Two weeks later, the board agreed to add more parking lot cameras and, in principle, a parking lottery, though there are some logistics to sort through.
The more pressing issue is getting the district’s new equity plan off the ground.
In January, the school board voted unanimously to adopt an equity policy that acknowledged “persistent racial intolerance, inequities, and academic disparities” throughout the district. The policy was supposed to be a guide for a subsequent equity plan developed by Superintendent Todd Wirt.
But in April, Wirt announced that he would resign this summer. Now, a chief equity officer will take over the project beginning July 1.
Advocates say they’re optimistic.
“As Orange County Schools makes this shift, they are going to be a more desired school [system],” says Latarndra Strong, founder of the Hate-Free Schools Coalition. “We have the strongest policy in the state, and maybe across the nation, with regard to our commitment to equity. It’s just going to take some time for us to take that policy, convert it into a plan, and implement it.”
But on May 6, the night parents complained about the incident at Orange High, the board voted 4–3, along gender lines, to oust Brenda Stephens, the board’s only black woman, as its chair. Stephens, who was essential to creating the equity policy, was replaced by Will Atherton, a white man.
Atherton told The News of Orange and The News & Observer this move had nothing to do with race or gender, pointing out that the board has voted unanimously except for two occasions—this and a charged vote on parts of the dress code. Atherton said the decision was partly motivated by the fact that a board member was going to be away in July, when the board votes on its annual reorganization. But he also noted that Brenda Stephens had what he called a “conflict of interest,” and that she had not recused herself from discussions about allegations of racial discrimination at Cameron Park Elementary School.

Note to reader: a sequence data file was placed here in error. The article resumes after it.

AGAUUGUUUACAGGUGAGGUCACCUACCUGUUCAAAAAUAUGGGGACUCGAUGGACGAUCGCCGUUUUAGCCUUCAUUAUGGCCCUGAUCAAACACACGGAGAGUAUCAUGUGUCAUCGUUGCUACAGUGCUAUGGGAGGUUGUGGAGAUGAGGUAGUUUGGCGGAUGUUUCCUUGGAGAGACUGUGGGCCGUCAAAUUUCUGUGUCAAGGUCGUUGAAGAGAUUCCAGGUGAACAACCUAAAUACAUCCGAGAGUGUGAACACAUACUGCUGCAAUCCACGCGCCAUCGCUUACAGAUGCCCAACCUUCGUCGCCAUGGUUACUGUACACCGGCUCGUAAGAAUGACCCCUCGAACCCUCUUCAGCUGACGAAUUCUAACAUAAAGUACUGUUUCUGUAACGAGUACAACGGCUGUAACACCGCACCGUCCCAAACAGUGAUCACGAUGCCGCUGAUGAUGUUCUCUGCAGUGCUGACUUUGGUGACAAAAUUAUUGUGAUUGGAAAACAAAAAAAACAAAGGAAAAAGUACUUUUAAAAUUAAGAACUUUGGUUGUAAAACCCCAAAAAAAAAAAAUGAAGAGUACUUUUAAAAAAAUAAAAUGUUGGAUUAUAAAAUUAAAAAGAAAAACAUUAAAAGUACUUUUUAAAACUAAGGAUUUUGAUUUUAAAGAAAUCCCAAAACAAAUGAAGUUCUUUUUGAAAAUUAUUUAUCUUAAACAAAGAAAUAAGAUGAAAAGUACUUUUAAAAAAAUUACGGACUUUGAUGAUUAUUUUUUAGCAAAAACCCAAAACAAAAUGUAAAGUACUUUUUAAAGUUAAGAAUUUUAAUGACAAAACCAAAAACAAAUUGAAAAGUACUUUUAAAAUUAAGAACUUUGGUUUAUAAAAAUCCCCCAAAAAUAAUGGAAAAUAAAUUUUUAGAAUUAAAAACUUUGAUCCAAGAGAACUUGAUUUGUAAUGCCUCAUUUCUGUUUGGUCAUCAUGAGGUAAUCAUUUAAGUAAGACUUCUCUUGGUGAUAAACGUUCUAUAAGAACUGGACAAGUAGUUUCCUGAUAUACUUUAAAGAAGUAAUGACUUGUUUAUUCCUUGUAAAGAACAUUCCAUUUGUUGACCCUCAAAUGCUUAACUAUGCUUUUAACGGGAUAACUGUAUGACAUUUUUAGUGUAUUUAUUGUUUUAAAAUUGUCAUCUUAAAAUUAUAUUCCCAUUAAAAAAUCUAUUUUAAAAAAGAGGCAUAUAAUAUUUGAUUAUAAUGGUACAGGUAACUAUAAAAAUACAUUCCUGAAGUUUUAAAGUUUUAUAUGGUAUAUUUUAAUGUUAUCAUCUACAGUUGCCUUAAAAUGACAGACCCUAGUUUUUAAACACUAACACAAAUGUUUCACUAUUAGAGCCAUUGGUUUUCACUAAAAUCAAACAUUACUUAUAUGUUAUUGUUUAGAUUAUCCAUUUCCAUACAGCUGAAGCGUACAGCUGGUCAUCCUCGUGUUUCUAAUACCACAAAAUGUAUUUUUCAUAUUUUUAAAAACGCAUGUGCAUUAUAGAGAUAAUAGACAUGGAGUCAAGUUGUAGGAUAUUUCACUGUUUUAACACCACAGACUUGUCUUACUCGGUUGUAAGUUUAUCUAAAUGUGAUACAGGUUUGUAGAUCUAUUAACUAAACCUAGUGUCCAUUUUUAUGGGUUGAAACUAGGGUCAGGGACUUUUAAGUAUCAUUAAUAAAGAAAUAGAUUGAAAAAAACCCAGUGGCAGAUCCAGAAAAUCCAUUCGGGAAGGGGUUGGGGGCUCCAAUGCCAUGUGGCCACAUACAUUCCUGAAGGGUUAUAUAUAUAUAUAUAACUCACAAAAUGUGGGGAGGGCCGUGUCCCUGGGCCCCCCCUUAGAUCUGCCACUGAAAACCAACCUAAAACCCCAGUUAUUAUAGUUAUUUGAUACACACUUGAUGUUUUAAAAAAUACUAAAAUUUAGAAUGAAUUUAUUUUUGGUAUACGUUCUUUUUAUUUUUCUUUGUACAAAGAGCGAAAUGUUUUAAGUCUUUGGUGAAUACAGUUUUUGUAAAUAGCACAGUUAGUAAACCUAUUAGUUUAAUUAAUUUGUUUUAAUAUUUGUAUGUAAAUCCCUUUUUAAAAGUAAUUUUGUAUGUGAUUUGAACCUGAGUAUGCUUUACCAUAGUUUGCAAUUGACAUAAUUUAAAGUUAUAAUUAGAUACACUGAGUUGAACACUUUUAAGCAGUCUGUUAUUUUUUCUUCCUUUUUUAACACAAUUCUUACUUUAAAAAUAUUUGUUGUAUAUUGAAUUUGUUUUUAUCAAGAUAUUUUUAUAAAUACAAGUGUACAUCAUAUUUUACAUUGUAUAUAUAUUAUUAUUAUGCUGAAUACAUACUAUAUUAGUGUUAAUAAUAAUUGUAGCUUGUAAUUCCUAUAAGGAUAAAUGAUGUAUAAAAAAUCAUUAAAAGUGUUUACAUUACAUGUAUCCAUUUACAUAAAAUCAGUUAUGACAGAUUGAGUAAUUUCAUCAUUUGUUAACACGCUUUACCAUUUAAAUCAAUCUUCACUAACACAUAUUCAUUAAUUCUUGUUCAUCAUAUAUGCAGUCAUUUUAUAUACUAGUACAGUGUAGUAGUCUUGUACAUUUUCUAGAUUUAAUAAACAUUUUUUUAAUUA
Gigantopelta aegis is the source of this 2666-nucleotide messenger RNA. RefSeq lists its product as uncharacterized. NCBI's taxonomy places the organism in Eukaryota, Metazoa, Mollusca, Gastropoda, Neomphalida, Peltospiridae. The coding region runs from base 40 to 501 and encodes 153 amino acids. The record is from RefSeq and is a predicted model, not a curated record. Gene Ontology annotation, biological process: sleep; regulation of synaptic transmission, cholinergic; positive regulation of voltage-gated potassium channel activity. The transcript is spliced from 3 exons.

Brenda Stephens’s son, Seth Stephens, is the OCS communications officer who initially investigated those allegations. After the INDY brought them to light in April, the school board decided to look into them again.
Atherton could not be reached for comment for this story.
The board hired an outside investigator the day after the reorganization. He’ll be paid $100 an hour for fifty hours of work.
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Editor’s note: This story has been edited to reflect that the Sheriff’s Office’s report was made in response to the INDY’s request for information about the alleged incident and to clarify that the school never asked the OCSO to investigate. In addition, a paragraph has been edited to clarify that Atherton’s views on the school board reorganization came from media reports.